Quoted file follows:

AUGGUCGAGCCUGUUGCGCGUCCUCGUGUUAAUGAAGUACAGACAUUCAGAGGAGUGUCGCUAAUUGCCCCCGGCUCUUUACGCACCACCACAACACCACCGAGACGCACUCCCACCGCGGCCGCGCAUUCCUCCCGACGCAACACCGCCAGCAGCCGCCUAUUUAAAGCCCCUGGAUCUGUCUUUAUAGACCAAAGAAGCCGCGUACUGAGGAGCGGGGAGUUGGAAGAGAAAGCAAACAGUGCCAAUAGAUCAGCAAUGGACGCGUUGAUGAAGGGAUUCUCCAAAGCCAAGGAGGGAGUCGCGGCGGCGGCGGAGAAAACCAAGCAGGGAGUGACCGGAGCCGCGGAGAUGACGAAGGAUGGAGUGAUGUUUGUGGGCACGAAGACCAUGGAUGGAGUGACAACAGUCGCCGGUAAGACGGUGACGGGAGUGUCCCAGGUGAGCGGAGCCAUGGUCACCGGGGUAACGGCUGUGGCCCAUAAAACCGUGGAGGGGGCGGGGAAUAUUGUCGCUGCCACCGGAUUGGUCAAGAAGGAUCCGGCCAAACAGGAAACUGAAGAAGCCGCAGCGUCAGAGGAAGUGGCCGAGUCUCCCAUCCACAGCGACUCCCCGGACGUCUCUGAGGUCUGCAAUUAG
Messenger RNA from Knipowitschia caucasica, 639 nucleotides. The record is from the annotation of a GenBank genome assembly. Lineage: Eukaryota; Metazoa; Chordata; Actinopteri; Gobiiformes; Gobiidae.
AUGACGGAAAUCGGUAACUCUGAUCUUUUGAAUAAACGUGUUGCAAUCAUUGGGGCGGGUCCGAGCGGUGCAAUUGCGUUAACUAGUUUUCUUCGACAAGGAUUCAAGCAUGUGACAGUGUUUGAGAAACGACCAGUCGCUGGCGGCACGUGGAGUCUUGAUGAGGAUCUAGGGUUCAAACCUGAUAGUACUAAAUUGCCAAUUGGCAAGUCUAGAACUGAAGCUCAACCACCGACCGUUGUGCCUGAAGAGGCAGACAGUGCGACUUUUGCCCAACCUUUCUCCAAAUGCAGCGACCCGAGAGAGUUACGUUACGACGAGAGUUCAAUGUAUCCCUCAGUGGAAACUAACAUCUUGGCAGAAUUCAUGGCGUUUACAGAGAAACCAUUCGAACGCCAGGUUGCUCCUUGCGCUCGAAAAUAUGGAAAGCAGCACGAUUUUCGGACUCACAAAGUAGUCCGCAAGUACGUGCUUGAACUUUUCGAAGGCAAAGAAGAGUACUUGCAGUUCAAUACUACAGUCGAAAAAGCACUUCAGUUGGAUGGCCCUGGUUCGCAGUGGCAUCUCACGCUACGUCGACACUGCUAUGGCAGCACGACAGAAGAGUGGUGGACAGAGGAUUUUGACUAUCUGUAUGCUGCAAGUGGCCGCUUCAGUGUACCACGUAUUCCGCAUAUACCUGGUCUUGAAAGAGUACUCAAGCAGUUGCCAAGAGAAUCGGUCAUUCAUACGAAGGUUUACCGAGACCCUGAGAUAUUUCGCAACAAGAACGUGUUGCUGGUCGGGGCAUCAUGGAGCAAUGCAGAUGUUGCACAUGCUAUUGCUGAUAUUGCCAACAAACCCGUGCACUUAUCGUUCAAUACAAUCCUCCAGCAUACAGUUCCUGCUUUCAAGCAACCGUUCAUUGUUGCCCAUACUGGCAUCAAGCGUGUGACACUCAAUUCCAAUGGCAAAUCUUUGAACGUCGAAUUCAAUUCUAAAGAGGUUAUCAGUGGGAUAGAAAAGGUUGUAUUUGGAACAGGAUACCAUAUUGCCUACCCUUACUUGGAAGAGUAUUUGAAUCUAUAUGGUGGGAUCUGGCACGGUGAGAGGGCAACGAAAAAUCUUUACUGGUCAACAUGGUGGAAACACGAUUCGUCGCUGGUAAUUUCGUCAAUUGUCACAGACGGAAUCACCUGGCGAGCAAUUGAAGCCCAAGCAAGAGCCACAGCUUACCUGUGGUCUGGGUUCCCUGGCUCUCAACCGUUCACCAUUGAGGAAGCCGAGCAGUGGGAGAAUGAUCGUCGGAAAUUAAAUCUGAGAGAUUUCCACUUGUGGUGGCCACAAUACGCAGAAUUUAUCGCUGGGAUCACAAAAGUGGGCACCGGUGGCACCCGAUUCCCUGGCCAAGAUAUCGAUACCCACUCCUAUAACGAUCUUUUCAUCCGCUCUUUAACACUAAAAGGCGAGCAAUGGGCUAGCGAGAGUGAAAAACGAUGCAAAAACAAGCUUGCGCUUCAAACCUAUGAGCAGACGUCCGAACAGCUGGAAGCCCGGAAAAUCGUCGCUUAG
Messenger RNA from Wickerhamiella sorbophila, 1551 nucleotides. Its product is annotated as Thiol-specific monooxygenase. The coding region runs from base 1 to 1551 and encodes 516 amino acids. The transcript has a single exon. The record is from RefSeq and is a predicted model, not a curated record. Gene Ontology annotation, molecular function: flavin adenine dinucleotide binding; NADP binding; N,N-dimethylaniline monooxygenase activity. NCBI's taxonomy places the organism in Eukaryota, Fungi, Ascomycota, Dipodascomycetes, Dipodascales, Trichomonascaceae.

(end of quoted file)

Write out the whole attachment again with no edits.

AUGGUCGAGCCUGUUGCGCGUCCUCGUGUUAAUGAAGUACAGACAUUCAGAGGAGUGUCGCUAAUUGCCCCCGGCUCUUUACGCACCACCACAACACCACCGAGACGCACUCCCACCGCGGCCGCGCAUUCCUCCCGACGCAACACCGCCAGCAGCCGCCUAUUUAAAGCCCCUGGAUCUGUCUUUAUAGACCAAAGAAGCCGCGUACUGAGGAGCGGGGAGUUGGAAGAGAAAGCAAACAGUGCCAAUAGAUCAGCAAUGGACGCGUUGAUGAAGGGAUUCUCCAAAGCCAAGGAGGGAGUCGCGGCGGCGGCGGAGAAAACCAAGCAGGGAGUGACCGGAGCCGCGGAGAUGACGAAGGAUGGAGUGAUGUUUGUGGGCACGAAGACCAUGGAUGGAGUGACAACAGUCGCCGGUAAGACGGUGACGGGAGUGUCCCAGGUGAGCGGAGCCAUGGUCACCGGGGUAACGGCUGUGGCCCAUAAAACCGUGGAGGGGGCGGGGAAUAUUGUCGCUGCCACCGGAUUGGUCAAGAAGGAUCCGGCCAAACAGGAAACUGAAGAAGCCGCAGCGUCAGAGGAAGUGGCCGAGUCUCCCAUCCACAGCGACUCCCCGGACGUCUCUGAGGUCUGCAAUUAG
Messenger RNA from Knipowitschia caucasica, 639 nucleotides. The record is from the annotation of a GenBank genome assembly. Lineage: Eukaryota; Metazoa; Chordata; Actinopteri; Gobiiformes; Gobiidae.
AUGACGGAAAUCGGUAACUCUGAUCUUUUGAAUAAACGUGUUGCAAUCAUUGGGGCGGGUCCGAGCGGUGCAAUUGCGUUAACUAGUUUUCUUCGACAAGGAUUCAAGCAUGUGACAGUGUUUGAGAAACGACCAGUCGCUGGCGGCACGUGGAGUCUUGAUGAGGAUCUAGGGUUCAAACCUGAUAGUACUAAAUUGCCAAUUGGCAAGUCUAGAACUGAAGCUCAACCACCGACCGUUGUGCCUGAAGAGGCAGACAGUGCGACUUUUGCCCAACCUUUCUCCAAAUGCAGCGACCCGAGAGAGUUACGUUACGACGAGAGUUCAAUGUAUCCCUCAGUGGAAACUAACAUCUUGGCAGAAUUCAUGGCGUUUACAGAGAAACCAUUCGAACGCCAGGUUGCUCCUUGCGCUCGAAAAUAUGGAAAGCAGCACGAUUUUCGGACUCACAAAGUAGUCCGCAAGUACGUGCUUGAACUUUUCGAAGGCAAAGAAGAGUACUUGCAGUUCAAUACUACAGUCGAAAAAGCACUUCAGUUGGAUGGCCCUGGUUCGCAGUGGCAUCUCACGCUACGUCGACACUGCUAUGGCAGCACGACAGAAGAGUGGUGGACAGAGGAUUUUGACUAUCUGUAUGCUGCAAGUGGCCGCUUCAGUGUACCACGUAUUCCGCAUAUACCUGGUCUUGAAAGAGUACUCAAGCAGUUGCCAAGAGAAUCGGUCAUUCAUACGAAGGUUUACCGAGACCCUGAGAUAUUUCGCAACAAGAACGUGUUGCUGGUCGGGGCAUCAUGGAGCAAUGCAGAUGUUGCACAUGCUAUUGCUGAUAUUGCCAACAAACCCGUGCACUUAUCGUUCAAUACAAUCCUCCAGCAUACAGUUCCUGCUUUCAAGCAACCGUUCAUUGUUGCCCAUACUGGCAUCAAGCGUGUGACACUCAAUUCCAAUGGCAAAUCUUUGAACGUCGAAUUCAAUUCUAAAGAGGUUAUCAGUGGGAUAGAAAAGGUUGUAUUUGGAACAGGAUACCAUAUUGCCUACCCUUACUUGGAAGAGUAUUUGAAUCUAUAUGGUGGGAUCUGGCACGGUGAGAGGGCAACGAAAAAUCUUUACUGGUCAACAUGGUGGAAACACGAUUCGUCGCUGGUAAUUUCGUCAAUUGUCACAGACGGAAUCACCUGGCGAGCAAUUGAAGCCCAAGCAAGAGCCACAGCUUACCUGUGGUCUGGGUUCCCUGGCUCUCAACCGUUCACCAUUGAGGAAGCCGAGCAGUGGGAGAAUGAUCGUCGGAAAUUAAAUCUGAGAGAUUUCCACUUGUGGUGGCCACAAUACGCAGAAUUUAUCGCUGGGAUCACAAAAGUGGGCACCGGUGGCACCCGAUUCCCUGGCCAAGAUAUCGAUACCCACUCCUAUAACGAUCUUUUCAUCCGCUCUUUAACACUAAAAGGCGAGCAAUGGGCUAGCGAGAGUGAAAAACGAUGCAAAAACAAGCUUGCGCUUCAAACCUAUGAGCAGACGUCCGAACAGCUGGAAGCCCGGAAAAUCGUCGCUUAG
Messenger RNA from Wickerhamiella sorbophila, 1551 nucleotides. Its product is annotated as Thiol-specific monooxygenase. The coding region runs from base 1 to 1551 and encodes 516 amino acids. The transcript has a single exon. The record is from RefSeq and is a predicted model, not a curated record. Gene Ontology annotation, molecular function: flavin adenine dinucleotide binding; NADP binding; N,N-dimethylaniline monooxygenase activity. NCBI's taxonomy places the organism in Eukaryota, Fungi, Ascomycota, Dipodascomycetes, Dipodascales, Trichomonascaceae.